Improving your horse's body awareness

How to improve your horse's body awareness


One important aspect of horse training is that in teaching a new movement or a better posture the rider first has to improve the horse’s body awareness, coordination, and balancing ability. This includes teaching the horse to place his feet differently, to distribute his weight differently, and to use different muscle configurations than he has been up to now.


This only works, if the horse knows where his feet are, of course.


This means creating neurological connections between the brain and these muscle groups, so that the horse learns how to find them and activate them. 


The next step is that the horse has to practice these new movements and postures, so they become easier and more automatic. 


Finally, these muscles have to be strengthened and conditioned so that the horse is able to maintain these movements for longer periods of time.


You can train the horse’s body awareness very well through certain exercises by asking him to perform slow and large movements. Slow movements allow the horse to think while he is doing them because his legs can’t move faster than his brain can think. All new movements are unfamiliar and strange to the horse at first. He therefore needs time to understand what it is the rider wants him to do and how to do this movement without falling down. Sometimes you even have to stop and give the horse a chance to process the last steps and to prepare for the next ones. 

Large motor skill type movements are easier for humans and for horses than fine motor skill type ones.


It makes sense, therefore, to start with large, slow movements and to make them faster and smaller only gradually.


For this purpose, I like using 90 degree turns on the forehand and on the haunches in both directions as well as a few steps of full pass for the following reasons:

  1. We can’t expect our horse to be able to move his hips or his shoulders one hoof breadth to the left or to the right in the trot and canter in order to become straighter if he isn’t able to do a turn on the forehand or a turn on the haunches from the halt.
  2. In the turn on the forehand the hind legs move on a circle around the front legs. This draws the horse’s attention to his hind legs as well as to the crossing of the inside hind leg in front of the outside one. The exercise succeeds well only if the outside hind leg accepts the weight and flexes in its joints. The turn on the forehand in motion also mobilizes the hips, i.e. it supples the adductor and abductor muscles of the hind legs, and the oblique abdominal muscles.
  3. In the turn on the haunches the front legs move in a circle around the hind legs. This draws the horse’s attention to his front legs. The exercise succeeds well only if the inside hind leg accepts the weight and flexes in its joints. The turn on the haunches also mobilizes the shoulders of the horse, i.e. it supples the pectoral muscles and the shoulder muscles.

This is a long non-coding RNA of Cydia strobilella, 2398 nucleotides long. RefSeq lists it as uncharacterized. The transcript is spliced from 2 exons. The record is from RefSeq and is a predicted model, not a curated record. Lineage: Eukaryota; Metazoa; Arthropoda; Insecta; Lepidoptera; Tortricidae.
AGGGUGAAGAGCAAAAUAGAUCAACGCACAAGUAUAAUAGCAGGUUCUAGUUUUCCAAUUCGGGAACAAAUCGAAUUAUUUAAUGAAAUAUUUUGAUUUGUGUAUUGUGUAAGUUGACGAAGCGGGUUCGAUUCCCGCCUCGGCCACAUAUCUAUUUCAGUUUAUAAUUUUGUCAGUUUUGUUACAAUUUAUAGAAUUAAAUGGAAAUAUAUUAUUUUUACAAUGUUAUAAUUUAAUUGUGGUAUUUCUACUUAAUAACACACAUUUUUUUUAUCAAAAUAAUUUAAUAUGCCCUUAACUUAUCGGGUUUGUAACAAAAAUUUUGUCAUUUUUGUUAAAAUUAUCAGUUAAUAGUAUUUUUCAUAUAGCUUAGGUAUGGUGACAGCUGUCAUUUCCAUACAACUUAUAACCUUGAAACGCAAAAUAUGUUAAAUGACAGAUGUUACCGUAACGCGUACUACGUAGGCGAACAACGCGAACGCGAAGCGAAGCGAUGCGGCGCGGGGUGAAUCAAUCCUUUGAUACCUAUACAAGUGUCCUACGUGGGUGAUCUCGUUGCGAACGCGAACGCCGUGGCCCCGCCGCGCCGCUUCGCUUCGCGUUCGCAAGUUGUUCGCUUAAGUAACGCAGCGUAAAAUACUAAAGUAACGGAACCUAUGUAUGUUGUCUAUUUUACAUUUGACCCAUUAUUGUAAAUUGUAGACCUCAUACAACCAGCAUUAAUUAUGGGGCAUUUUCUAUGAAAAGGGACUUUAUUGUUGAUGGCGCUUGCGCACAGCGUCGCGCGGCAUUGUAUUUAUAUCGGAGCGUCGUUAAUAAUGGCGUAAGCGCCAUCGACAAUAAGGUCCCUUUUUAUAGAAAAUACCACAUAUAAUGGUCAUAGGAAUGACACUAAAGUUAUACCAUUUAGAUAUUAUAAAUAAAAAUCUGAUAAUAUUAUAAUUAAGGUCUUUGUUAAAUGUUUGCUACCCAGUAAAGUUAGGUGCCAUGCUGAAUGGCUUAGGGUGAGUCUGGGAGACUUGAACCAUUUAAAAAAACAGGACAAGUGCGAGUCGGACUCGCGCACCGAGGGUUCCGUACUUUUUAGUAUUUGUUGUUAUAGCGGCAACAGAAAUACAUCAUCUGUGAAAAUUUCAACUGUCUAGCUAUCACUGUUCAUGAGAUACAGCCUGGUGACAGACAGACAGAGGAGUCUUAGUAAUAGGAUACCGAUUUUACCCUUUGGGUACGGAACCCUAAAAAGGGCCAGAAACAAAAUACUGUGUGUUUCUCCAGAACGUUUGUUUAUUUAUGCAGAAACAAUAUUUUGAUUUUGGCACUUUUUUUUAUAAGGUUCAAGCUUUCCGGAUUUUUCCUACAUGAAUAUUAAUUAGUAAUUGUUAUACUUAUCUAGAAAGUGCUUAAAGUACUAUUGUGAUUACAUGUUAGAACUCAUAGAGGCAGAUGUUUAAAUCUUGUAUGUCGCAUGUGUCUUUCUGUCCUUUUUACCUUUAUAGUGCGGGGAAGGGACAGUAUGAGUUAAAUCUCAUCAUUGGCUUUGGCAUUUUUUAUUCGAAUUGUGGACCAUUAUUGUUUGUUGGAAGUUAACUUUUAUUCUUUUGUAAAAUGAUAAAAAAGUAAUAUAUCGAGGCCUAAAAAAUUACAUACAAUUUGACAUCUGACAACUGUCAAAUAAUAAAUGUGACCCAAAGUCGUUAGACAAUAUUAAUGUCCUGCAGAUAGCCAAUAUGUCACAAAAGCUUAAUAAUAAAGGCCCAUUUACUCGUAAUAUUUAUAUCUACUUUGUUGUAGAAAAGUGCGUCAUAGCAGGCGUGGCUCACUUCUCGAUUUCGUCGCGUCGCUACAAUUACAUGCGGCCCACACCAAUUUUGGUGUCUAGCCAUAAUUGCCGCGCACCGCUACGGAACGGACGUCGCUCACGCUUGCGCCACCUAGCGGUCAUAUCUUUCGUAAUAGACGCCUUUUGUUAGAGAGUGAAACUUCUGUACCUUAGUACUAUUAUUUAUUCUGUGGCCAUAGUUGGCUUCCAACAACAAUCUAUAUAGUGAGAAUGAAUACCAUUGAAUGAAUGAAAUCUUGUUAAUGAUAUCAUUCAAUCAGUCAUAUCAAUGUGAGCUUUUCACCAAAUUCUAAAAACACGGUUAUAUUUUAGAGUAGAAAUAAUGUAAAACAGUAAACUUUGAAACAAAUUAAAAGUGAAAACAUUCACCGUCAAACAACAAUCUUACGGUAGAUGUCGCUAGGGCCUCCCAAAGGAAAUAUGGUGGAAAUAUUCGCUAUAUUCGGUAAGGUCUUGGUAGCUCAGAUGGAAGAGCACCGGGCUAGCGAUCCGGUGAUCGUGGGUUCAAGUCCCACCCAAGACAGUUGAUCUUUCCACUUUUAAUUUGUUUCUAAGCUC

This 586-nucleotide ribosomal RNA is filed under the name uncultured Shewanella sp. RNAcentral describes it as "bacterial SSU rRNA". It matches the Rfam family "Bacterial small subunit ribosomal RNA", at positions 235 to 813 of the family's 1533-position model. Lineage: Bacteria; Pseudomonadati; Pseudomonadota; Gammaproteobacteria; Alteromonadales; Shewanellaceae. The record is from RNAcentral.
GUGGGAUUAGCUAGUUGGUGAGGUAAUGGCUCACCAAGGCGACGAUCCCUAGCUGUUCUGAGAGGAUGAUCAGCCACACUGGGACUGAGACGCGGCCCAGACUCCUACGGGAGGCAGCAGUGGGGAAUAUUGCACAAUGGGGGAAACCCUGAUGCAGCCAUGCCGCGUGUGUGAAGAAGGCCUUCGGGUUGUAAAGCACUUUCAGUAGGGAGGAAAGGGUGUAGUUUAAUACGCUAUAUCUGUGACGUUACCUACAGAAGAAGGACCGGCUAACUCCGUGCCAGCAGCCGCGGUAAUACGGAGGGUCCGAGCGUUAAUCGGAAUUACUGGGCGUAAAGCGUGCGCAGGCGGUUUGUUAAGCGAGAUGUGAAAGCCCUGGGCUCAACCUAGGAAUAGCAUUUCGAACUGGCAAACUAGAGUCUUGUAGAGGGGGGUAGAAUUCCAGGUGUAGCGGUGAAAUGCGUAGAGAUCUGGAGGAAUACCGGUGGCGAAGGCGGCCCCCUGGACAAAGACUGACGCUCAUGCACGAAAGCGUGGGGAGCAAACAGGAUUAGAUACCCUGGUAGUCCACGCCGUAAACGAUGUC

4. In the full pass the front and hind legs move sideways simultaneously in equally large strides. So, the horse has to focus on both ends of his body and to coordinate them with each other. You can bend in the direction of travel or against it. The exercise only succeeds well if the hind leg that’s located in the direction of travel accepts the weight and flexes its joints, so that the otherhind leg is able to cross in front of it. The full pass also supples the hip and shoulder muscles.
  5. These 90 degree turns in both directions require the horse to yield to the aids on one side of his body without ignoring and running over the aids on the other side. Instead, it should be possible for those aids to stop the horse and send him back in the opposite direction. This involves a weight transfer from one side of the body to the other, which many horses find difficult at first. The same thing applies to the full pass, if you move 3-4 steps right and left.

These three elementary movements form the seeds of the lateral movements, since there either the hind legs follow the line of travel while the front legs are moved to one side (shoulder-in), or the front legs remain on the line of travel while the hind legs yield to one side (haunches-in), or all four legs move sideways (half pass). You can combine these three elementary movements in any way you can think of, which creates many interesting exercises that improve the horse’s balance, coordination, and body awareness. 

If these exercises are still too difficult under saddle, you can practice them very well in hand. Under saddle you can proceed slowly, step by step, allowing the horse to stop briefly after each step to think and process. 

Try these exercises and observe which one of the three exercises your finds easiest and which one is the hardest.

In which direction is it more difficult for your horse to move his hips or his shoulders?

Which exercise created the biggest improvement?

Is your horse hollow right or left?

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